Check out MM_BARIS, it sets up the MTBF values by type of part. I believe the RCS and SAS are set to 12 hours. You can play with those values and find something that works well for you- but they'll only apply to new vessel construction. If you leave SAS and RCS on when you focus on another vessel, then they'll be considered as potential candidates to break during the vessel reliability check. Fuel tanks are always considered as potential candidates to break due to micrometeorites and such.

Hmmm, from my knowledge of spaceflight history, I have some suggestions, some partly descriptive, some that point to changes.

I think those MTBF values are rather low, even for 1st generation equipment, especially for RCS just being enabled.  RCS systems are rarely designed to shut down once enabled and having running times (as opposed to burn times) in days or longer.  And SAS based on nav platforms are always running even if currently not enabled to give corrective actions.  Micrometeorites, even in Kessler Syndrome besotted LEO, are very rare and easily defended with a high chance of success with one or two bumper layers.

Most systems are like electronics.  It's rarely the lines that the source of failure unless exposed to vibration or wear and tear (like the early J2 engine high-altitude propellant line failures).  It's more often the nodes those lines connect that fail.  For fuel, engines, and RCS, that's going to be valves and pumps.  The failure of systems should be related to the operation of those nodes.  I don't know if it's possible to track RCS pulses or burn time, but it should be possible to do that for tanks and engines, based upon pumping time and burn time.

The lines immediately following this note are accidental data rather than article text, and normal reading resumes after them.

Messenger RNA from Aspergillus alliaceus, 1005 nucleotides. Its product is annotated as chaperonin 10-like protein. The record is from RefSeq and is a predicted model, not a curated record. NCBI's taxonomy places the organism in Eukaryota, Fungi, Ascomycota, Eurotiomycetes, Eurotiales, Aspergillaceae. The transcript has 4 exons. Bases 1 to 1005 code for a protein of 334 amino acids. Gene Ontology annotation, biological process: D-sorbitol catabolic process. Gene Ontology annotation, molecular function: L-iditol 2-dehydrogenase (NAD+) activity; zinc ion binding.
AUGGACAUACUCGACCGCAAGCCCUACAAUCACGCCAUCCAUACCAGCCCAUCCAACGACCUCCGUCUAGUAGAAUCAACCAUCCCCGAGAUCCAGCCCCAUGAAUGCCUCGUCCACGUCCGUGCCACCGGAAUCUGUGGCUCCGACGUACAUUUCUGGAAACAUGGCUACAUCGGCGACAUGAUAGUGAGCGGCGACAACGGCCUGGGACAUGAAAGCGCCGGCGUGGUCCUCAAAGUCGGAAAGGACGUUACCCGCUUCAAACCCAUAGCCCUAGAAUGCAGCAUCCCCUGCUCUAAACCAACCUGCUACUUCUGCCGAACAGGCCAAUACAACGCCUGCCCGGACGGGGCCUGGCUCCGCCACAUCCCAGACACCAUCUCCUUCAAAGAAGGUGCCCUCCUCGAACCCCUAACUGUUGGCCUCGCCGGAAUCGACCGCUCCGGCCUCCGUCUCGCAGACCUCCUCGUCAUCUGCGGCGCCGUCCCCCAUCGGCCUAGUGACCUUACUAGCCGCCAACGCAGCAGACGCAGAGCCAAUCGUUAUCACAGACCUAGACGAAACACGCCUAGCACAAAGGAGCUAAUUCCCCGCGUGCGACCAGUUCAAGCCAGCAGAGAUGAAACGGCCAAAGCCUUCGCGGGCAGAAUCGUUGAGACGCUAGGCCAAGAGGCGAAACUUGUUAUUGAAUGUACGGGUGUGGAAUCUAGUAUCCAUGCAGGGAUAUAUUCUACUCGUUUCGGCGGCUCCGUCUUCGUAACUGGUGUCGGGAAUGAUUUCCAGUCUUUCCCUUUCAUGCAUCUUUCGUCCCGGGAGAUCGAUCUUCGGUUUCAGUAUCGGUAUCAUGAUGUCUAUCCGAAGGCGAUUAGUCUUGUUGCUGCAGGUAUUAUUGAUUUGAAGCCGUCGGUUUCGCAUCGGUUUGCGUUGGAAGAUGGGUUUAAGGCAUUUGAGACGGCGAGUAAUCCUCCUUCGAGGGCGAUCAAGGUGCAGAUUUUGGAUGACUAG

Link to post
Share on other sites

As people check in about realism and such, remember that KSP has ion engines that deliver 4kn of thrust. I'm not above putting fun above realism- if you want things to be pretty reliable, then don't install BARIS- parts are meant to fail, and should fail enough to be something you have to think about but not so much that it gets too frustrating and not fun to play.

Link to post
Share on other sites
3 minutes ago, Angel-125 said:

...parts are meant to fail, and should fail enough to be something you have to think about but not so much that it gets too frustrating and not fun to play.

Agreed.  But parts should fail in a realistic way and with realistic rates if those allow the right balance between being challenging and not too frustrating.

Link to post
Share on other sites

Hmmm... so krap can break... I like it... lol.

I just updated to 1.3, and found this in the latest MOLE update... and I may enable and use it in Emiko. I have to read over the WIKI stuff more closely tomorrow, but I like the idea of having parts wear down, etc...

Question, as far as lifespans:

2 hours ago, Angel-125 said:

Yup! BARIS was designed with the idea that some parts would have longer lifespans than others. MOLE parts last 30 days, for instance, Pathfinder parts last 150 days, and DSEV parts last a full year. Fuel tanks are rated for 100 kerbal days (600 hours), and should fail about 4 times per year as currently implemented.

Emiko is a very old career game, and several of my bases and ships are already several years old. If I enable Baris, will parts start breaking from age right off on an older ship, or will it start counting days from when I enable it?

Edited by Just Jim
Link to post
Share on other sites
Just now, Just Jim said: